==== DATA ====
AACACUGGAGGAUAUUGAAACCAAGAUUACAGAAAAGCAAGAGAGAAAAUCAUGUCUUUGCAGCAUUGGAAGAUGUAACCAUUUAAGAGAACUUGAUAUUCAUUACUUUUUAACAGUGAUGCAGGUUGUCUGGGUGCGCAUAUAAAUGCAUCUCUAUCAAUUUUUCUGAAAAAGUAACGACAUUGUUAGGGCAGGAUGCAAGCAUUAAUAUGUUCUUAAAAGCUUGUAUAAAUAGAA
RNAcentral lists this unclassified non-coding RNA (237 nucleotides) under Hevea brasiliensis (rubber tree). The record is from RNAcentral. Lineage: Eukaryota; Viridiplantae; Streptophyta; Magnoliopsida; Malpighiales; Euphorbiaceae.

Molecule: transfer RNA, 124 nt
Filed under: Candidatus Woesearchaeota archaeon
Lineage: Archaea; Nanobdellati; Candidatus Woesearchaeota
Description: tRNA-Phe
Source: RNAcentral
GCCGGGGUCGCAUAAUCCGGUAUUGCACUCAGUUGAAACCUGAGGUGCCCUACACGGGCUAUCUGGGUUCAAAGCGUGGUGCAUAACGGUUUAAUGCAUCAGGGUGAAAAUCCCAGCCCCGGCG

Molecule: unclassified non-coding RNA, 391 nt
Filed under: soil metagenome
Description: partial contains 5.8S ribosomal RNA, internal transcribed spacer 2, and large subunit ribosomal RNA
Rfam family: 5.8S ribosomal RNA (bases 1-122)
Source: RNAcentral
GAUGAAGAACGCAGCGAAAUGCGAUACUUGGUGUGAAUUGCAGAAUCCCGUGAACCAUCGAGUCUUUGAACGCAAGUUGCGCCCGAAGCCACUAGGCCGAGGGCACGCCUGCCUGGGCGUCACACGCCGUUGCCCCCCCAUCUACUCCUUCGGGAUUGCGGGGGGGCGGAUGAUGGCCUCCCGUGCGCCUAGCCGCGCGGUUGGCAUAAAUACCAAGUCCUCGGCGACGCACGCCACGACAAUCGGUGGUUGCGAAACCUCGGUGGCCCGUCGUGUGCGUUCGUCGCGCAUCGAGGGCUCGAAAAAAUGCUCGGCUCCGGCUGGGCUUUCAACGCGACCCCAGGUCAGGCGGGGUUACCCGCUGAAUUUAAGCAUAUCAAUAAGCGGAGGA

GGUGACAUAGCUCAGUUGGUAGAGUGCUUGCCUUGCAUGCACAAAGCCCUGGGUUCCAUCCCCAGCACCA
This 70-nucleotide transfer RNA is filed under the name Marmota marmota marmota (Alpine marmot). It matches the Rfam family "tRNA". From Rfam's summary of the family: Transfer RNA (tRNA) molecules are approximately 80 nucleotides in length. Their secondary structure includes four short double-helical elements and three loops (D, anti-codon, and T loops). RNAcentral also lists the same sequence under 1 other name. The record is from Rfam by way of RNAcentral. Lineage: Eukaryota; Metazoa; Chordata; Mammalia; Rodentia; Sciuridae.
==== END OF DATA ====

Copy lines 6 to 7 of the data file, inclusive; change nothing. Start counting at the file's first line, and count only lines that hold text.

Description: tRNA-Phe
Source: RNAcentral